Getting back to work

I’m back working again – or I guess I should say je suis de retour. I took a few weeks off in southwestern France, one thing led to another, and I decided to stay a bit longer than I originally planned. I’m working remotely for a week or two before returning stateside. It’s nice to have a job that’s flexible enough to allow me to do this – and nicer to work on a product that enables this sort of thing to work seamlessly. Yesterday, for example, a colleague sent me an IM to see if I was free, a moment later were talking over the phone, and seconds later he was sharing his desktop while we discussed a document open on his computer – and all of this within the super-cool application my team is working on. I’m working from about 4:30 in the afternoon until 2:00am local time (with a dinner break in there with my family). That corresponds roughly with the workday back in Redmond (note, that I don’t have to line up my day with Redmond, it actually works out a  bit better for me to work the late hours).

Yesterday was my first day back, and I was able to get my inbox back to zero messages and make a pretty good dent in my to do list. I expect to get the backlog under control today and start making forward progress by the end of the day today or by tomorrow for sure.

I was able to get a chunk of reading done last week. I re-read Seth Godin’s Tribes and Pat Lencioni’s Five temptations of a CEO. I also finally finished Robert Austin’s book on measuring performance in organizations (additional comments on all of these in future blog posts). I’ve also done a lot more thinking about the state of the state of software testing and expect to discuss my thoughts openly in the coming weeks.

Some random vacation stories follow…

After a 4 hour flight to Chicago, followed by another 8+ hours to Paris, we had 24 hours to kill before taking a (very fast) train to Toulouse. My wife and I have very different approaches to dealing with jet lag. My approach is to get out in the daylight and get some exercise, and she can somehow sleep it off and adjust almost as quickly. The six-year old was up for an adventure, so off we went while the girls slept. We tried the Louvre first, but Cole just couldn’t handle the line. He did, however, suggest walking to the Eiffel Tower. I like to walk, so we went for it. Eventually, we made it, and the little guy decided we should hike the stairs. I tried to talk him out of hit, but he wouldn’t have anything to do with it. The line for the elevator was at least an hour long, but within 5-10 minutes, we were climbing stairs. I figured he’d get tired, and we could turn around. Nope – he made it to the first level without a break. After a quick pain au chocolat, he was ready to climb to the second level. He was completely ready to climb to the top, but the line was at least an hour long and he was getting tired, so we headed down. We agreed that a taxi was probably the best way to return to our hotel, and we arrived back around 5:00pm. We both took a short nap then woke up the ladies to head back out on the town. We walked over to Notre Dame, saw the Louvre again (the outside), and introduced the children to the joy of chocolate crepes.The next morning I grabbed the kids as soon as we got up and headed back to the Louvre (travel tip – there’s never a line in the morning). The kids and I had a whirlwind tour (pretty much walked straight to the Italian painters and showed them the Mona Lisa), then browsed a bit more before heading to the train station.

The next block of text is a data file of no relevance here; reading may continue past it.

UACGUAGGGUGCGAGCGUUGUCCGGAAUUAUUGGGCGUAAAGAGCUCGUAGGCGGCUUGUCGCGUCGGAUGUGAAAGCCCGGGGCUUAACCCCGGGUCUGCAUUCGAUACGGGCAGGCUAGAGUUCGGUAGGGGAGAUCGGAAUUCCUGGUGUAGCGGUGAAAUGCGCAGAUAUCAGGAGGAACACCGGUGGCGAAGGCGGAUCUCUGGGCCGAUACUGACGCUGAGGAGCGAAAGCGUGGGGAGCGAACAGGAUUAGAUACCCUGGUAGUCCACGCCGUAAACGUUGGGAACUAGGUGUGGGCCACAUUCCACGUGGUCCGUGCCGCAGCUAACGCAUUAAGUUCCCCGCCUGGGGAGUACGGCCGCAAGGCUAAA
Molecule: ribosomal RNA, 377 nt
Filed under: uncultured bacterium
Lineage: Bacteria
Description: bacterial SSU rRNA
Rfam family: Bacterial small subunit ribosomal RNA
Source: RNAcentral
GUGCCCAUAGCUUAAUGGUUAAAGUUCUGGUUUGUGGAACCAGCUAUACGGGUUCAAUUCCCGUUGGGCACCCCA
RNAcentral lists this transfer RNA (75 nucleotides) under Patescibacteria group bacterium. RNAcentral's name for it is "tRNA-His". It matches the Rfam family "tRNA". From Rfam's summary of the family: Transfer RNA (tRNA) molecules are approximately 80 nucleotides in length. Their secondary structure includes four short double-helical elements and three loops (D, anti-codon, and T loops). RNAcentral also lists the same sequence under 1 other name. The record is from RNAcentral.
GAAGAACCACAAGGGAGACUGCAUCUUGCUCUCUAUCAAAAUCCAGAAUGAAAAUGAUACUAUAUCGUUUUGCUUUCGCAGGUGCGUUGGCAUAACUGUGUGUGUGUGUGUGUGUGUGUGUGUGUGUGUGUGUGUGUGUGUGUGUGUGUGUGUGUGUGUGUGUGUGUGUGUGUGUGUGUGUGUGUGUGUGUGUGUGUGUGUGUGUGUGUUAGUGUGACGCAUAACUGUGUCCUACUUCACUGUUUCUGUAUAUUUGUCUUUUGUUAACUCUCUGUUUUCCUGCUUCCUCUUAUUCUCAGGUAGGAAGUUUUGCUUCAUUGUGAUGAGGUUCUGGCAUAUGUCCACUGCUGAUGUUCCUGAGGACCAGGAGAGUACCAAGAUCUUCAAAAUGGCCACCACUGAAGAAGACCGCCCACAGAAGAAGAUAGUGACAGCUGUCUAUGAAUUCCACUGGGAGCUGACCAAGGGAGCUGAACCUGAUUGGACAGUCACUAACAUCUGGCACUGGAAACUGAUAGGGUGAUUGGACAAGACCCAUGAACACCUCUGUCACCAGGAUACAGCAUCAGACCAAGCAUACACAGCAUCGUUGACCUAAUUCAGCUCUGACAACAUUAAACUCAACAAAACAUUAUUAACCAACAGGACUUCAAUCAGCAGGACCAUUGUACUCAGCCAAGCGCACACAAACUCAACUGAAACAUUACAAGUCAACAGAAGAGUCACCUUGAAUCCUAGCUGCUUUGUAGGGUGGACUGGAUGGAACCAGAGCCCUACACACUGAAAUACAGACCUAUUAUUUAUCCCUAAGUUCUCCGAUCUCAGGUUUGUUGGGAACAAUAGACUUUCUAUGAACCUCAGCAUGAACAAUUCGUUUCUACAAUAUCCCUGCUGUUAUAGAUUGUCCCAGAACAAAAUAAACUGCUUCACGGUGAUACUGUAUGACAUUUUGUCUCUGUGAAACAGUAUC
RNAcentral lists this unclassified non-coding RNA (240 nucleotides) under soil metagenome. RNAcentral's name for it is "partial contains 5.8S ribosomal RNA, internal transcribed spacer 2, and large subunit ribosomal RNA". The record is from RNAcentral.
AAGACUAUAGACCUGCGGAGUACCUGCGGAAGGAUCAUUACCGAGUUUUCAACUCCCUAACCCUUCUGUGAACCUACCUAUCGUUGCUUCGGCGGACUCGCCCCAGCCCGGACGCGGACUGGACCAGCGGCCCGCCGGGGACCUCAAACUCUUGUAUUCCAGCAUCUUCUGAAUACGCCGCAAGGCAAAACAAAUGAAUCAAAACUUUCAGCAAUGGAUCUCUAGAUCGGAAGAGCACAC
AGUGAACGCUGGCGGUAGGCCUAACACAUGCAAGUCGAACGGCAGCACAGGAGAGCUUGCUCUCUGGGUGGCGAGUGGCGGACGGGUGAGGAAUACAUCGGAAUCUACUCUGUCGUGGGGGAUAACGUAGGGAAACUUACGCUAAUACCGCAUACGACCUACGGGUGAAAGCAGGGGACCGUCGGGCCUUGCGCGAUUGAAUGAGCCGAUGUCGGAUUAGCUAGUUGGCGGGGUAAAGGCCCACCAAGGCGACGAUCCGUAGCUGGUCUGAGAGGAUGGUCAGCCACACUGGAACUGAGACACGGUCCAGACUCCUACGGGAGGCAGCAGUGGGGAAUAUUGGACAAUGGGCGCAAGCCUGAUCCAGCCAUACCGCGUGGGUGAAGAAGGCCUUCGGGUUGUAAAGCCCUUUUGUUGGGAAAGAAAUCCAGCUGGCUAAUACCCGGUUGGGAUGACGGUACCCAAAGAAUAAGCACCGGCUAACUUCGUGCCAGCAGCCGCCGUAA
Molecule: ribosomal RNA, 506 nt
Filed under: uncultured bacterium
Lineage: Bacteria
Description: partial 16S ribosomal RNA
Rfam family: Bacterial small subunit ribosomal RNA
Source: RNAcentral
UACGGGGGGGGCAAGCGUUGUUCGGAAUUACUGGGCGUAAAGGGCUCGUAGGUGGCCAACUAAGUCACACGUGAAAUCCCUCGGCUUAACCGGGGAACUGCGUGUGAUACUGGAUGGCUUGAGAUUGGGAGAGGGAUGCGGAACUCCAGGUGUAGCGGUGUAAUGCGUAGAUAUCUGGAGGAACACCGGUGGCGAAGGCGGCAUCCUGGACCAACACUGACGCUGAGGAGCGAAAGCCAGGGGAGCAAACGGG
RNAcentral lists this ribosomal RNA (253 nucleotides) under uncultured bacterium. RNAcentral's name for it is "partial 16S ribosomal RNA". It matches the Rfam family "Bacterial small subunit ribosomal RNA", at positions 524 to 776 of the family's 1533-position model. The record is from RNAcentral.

Last week we visited Carcassonne (kids loved it). It was a little “touristy”, but not nearly as much as I expected it to be . We had a great time yesterday at the Labyrinthe de Merville. The “labyrinth” is a huge hedge maze with a twist. Along the path, there are clues that you need to read – the clues help you solve puzzles, and you use the answers to the puzzles to unlock the big gates in your way (by entering the answer on the keypad). It was fun for me because I love puzzles, and the kids couldn’t get enough of it. We did pretty well, but got stuck a few times when my French failed me (forgot our dictionary at our house in Toulouse– oops). If you’re ever near Toulouse (or Bordeaux for that matter), I’d suggest checking this place out. We may even go back again before we head home.

There’s lot’s more, but nothing terribly interesting – if you want more thoughts, comment below or bug me on twitter.

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